Imagine a class of Polish 10- year-olds attending English class on a beautiful spring day - after school. Butterflies and the sounds of a football (soccer) game float through the open windows.
My bunch had just come in from break, and one of the boys was missing. The question, "Where's Luke?" started a lot of hemming and hawing in Polish and English, and plenty of gesturing - but communication wasn't happening.
I figured he'd had enough English for the day and just gone home. But one of the little boys seized my bilingual dictionary, thumbed rapidly through it, then raced to the blackboard and wrote, "Luke escape."
I couldn't have put it better myself, and I certainly couldn't have said it as well in Polish.
Call me crazy, but I actually paid money to teach. I was with a like- minded group who had volunteered to teach English in Poland. We were with Global Volunteers, a nonprofit group based in St. Paul, Minn. It offers service programs for people who want to test the volunteer waters without committing to something as lengthy as the Peace Corps, or to get to know part of a country for a few weeks instead of touristing from one site to another.
Agreeing to shut yourself into a room with students who do not share your language gives a person something to think about the night before the first class. Thanks to a couple of days of training before we started, the logbooks maintained by former volunteers of these students, and the library of teaching materials supplied by Global Volunteers, we came out unscathed.
Our students were schoolchildren of every age and some adults. We taught about four hours a day, some of us splitting the time between two different schools.
My teaching experience had been in high school English more than 25 years ago. So it was with some surprise (and delight) that I found myself leading the hokeypokey a cappella for a little singing/wiggling break and passing boxes of crayons.
Global Volunteers encourages a "servant-learner" attitude with its participants, in which volunteers serve by sharing their talents with local people. All projects are selected and directed by locals. My students stayed after school on their own. Their parents and other members of the community drove us to our schools and back.
In the end I think I learned far more than I served, especially about a hospitable country working hard to overcome its past.
The major difference between Polish students and the American students I've taught is that a rambunctious Polish child sent to cool his heels in the hallway for too much enthusiasm seems to suffer real remorse at being cut from the herd. In fact, the students left in the classroom with me would bashfully remind me that so and so was still out there.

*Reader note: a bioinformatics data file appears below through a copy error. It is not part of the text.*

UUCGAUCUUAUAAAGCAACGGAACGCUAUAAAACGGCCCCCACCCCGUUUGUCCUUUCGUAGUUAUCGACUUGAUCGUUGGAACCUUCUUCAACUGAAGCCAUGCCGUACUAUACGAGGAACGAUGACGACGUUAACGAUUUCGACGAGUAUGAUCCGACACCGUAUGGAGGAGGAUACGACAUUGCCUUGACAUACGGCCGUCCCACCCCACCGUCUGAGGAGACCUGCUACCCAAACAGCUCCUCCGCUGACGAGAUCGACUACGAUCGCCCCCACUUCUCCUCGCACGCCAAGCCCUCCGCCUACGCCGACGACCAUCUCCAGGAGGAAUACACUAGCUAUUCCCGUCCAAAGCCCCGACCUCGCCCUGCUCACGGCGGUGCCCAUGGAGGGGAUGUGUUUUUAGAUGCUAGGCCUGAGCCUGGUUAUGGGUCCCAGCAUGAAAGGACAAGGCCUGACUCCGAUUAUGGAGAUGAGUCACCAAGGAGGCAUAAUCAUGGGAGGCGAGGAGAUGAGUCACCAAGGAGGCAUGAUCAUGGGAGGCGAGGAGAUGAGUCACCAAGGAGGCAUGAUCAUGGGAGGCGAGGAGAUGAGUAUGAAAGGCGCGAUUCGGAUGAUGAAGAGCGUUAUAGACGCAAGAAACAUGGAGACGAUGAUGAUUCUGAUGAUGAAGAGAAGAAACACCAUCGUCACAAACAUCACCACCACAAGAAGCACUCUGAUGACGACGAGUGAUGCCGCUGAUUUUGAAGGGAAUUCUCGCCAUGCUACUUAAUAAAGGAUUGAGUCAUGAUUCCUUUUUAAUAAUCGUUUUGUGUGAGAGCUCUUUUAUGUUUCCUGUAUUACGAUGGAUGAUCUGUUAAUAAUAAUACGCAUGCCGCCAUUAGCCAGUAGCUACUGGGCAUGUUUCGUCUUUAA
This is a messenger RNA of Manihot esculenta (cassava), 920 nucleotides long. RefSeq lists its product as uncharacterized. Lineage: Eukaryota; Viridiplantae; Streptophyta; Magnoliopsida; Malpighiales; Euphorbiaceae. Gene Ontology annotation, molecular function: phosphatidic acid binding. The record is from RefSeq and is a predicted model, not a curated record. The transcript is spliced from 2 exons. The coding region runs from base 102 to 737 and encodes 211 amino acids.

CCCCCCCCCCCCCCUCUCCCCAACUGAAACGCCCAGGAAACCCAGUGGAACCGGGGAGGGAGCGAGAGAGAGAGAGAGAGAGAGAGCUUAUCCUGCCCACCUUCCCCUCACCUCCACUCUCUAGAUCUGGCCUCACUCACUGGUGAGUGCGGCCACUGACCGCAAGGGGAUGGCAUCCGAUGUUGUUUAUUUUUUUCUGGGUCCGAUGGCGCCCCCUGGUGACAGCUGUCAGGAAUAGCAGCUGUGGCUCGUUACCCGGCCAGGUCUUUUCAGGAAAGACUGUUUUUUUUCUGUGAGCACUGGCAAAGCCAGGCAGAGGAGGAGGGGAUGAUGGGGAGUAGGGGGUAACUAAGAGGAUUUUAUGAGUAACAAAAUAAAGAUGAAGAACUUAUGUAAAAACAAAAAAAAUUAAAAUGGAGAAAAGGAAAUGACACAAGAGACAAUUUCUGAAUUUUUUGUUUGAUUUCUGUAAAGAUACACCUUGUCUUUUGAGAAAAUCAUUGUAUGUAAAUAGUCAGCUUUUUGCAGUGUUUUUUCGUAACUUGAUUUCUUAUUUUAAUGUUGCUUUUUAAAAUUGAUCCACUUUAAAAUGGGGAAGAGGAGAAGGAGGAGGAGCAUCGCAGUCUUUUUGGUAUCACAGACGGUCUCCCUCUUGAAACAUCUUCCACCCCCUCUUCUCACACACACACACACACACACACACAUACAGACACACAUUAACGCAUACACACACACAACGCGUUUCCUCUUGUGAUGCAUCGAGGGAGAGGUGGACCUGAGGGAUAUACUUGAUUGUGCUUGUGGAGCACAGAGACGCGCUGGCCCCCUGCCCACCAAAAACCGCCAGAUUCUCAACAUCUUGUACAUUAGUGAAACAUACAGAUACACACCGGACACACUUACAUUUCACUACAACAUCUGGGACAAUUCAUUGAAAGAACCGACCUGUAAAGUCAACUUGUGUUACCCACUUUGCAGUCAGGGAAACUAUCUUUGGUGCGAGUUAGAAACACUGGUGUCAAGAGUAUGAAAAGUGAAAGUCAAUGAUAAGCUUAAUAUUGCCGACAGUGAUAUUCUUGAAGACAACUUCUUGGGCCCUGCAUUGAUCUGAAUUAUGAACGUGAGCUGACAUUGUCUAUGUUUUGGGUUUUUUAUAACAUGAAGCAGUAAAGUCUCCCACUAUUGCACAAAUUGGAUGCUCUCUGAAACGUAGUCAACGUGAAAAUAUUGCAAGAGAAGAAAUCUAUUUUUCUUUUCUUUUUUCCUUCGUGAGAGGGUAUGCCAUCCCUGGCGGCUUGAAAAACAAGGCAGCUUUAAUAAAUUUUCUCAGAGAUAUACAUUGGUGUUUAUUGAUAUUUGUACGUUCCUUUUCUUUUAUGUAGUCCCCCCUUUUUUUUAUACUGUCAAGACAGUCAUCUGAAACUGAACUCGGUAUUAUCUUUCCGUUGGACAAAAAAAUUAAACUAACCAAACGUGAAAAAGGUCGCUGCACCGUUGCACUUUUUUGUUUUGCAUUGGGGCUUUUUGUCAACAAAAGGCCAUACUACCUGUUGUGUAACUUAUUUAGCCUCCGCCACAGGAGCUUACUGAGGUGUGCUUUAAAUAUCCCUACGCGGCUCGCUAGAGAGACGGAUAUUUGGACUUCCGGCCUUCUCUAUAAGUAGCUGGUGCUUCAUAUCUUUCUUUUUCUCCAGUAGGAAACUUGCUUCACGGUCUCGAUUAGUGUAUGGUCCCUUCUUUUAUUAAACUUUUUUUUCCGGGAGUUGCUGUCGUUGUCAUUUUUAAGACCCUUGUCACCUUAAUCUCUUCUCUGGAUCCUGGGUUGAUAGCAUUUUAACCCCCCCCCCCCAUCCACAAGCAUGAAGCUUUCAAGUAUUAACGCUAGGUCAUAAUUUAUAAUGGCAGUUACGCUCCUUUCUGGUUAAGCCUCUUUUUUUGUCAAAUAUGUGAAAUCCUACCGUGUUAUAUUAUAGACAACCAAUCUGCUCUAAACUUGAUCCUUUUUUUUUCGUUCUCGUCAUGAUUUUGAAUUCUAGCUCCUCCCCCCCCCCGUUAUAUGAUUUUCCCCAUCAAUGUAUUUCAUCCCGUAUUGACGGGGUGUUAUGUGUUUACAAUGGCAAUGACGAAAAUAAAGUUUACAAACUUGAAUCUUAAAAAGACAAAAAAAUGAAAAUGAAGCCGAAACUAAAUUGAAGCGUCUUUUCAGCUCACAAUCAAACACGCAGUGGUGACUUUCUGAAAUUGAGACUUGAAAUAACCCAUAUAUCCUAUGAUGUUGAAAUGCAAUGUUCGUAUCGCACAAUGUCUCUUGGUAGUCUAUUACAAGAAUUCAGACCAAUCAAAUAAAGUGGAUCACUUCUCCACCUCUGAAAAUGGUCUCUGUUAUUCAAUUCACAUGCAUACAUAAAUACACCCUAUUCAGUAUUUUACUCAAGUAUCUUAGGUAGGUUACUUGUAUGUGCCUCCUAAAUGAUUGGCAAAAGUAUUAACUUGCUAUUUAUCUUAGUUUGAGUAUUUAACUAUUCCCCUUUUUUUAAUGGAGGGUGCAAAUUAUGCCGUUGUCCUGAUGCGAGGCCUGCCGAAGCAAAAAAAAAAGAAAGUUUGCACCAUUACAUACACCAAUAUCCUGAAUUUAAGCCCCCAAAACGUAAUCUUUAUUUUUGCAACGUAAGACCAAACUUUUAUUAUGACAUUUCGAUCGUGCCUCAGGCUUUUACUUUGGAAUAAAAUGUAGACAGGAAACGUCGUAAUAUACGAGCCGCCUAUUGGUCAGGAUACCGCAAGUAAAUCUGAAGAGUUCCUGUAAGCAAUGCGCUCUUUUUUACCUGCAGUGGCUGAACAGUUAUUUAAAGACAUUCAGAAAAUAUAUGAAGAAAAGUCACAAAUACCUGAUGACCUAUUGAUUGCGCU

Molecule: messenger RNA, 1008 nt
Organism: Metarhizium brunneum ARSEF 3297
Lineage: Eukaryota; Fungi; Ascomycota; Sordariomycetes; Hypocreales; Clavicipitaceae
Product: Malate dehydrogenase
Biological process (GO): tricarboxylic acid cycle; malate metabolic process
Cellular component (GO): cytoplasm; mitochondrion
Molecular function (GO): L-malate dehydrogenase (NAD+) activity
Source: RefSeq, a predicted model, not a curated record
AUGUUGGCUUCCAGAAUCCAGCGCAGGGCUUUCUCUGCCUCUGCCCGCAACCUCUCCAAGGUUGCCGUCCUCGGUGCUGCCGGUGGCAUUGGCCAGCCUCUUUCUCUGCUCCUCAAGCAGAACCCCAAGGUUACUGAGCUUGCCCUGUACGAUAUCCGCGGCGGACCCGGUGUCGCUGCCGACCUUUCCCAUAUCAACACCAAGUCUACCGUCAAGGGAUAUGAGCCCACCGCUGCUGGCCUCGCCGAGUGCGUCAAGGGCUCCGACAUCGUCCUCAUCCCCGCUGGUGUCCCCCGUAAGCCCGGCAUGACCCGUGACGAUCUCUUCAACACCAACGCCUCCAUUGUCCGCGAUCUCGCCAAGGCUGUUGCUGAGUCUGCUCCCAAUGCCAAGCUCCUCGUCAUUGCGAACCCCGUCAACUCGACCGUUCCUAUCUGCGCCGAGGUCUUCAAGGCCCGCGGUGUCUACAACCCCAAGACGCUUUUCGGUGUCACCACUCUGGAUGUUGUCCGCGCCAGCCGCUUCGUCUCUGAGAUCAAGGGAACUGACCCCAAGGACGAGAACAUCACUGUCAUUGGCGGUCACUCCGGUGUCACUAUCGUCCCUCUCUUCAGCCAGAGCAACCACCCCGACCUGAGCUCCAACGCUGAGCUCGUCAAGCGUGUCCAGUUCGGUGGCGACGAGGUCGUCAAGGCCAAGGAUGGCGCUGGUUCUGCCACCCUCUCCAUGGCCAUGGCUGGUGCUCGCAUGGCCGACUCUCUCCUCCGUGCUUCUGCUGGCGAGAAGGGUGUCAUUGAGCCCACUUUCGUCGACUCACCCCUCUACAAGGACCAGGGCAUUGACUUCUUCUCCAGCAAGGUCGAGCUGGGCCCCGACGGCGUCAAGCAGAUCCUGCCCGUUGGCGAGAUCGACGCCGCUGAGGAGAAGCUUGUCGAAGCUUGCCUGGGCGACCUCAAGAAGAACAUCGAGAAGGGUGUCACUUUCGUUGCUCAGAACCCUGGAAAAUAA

In general, children in Poland seemed to be better behaved than their American counterparts and more mature at an earlier age.
However, between classes, Polish teachers tolerate the kind of behavior kids naturally want to exhibit after 45 minutes of learning. Attentive little scholars get up when the bell rings and run screaming and playing down the hall, letting out all the natural energy they have saved up.
Still, they are respectful, and my friskiest students competed to open the car door when I arrived, carry my bag to the classroom, and wash down the blackboard.
On the last day they brought me armloads of chocolates, flowers, little notes, and drawings. Fortunately, hugging is permitted in Polish schools, and we said our goodbyes affectionately.
Because we slept in Polish beds, ate Polish food, and were otherwise immersed in Polish culture, the learning process was continuous.
We stayed at Reymontowka, a restored manor house that served as a rustic hotel and conference center. It's used by everyone from artists to government officials. During our three weeks there, we watched a group of wood carvers create giant sculptures for the grounds.
There were several piano concerts, including a week-long competition that brought out the press.
We were constantly astounded by children playing reams of classical music from memory. We had an evening with the governor of the province and were able to ask him questions through an interpreter.
One night we were entertained by a group of singers and dancers in traditional costumes who shared drinks and sweets with us. More than once, we were feted when someone threw a kielbasa on the barbecue grill.
On weekends some of us booked tours with an independent contractor and took off with an English-speaking guide to visit Warsaw, Krakow, Auschwitz, palaces, castles, cathedrals, and a salt mine.
After I got back home, my friends wanted to know how I could possibly teach English in Poland without knowing Polish. I do know the words for French fries (frytki), ice cream (lodi), yes (tak), and no (nie), and how to find a bathroom.
But actually it worked out well. Taking my place in front of the classroom with the students at their desks, established our roles. I wrote my name on the board,.and they scrambled to find pencils and notebooks to copy what I'd written.
I pronounced my name and made one of those universal teaching gestures that indicate they should repeat what I said aloud. Then I motioned to individual students, and they recited words and phrases after me.
Hands eagerly shot into the air when they knew the answers to my questions. When we really got stuck, we turned to the Polish-English dictionary. And the first student to understand what I was trying to convey would rapidly explain to the others in Polish.
It sounds cumbersome, but in reality it worked well.
The second question my friends always ask is if I would pay to go back.
The answer is an emphatic tak.
Global Volunteers can be reached at 800-487-1074 or on the Web at www.globalvolunteers.org.
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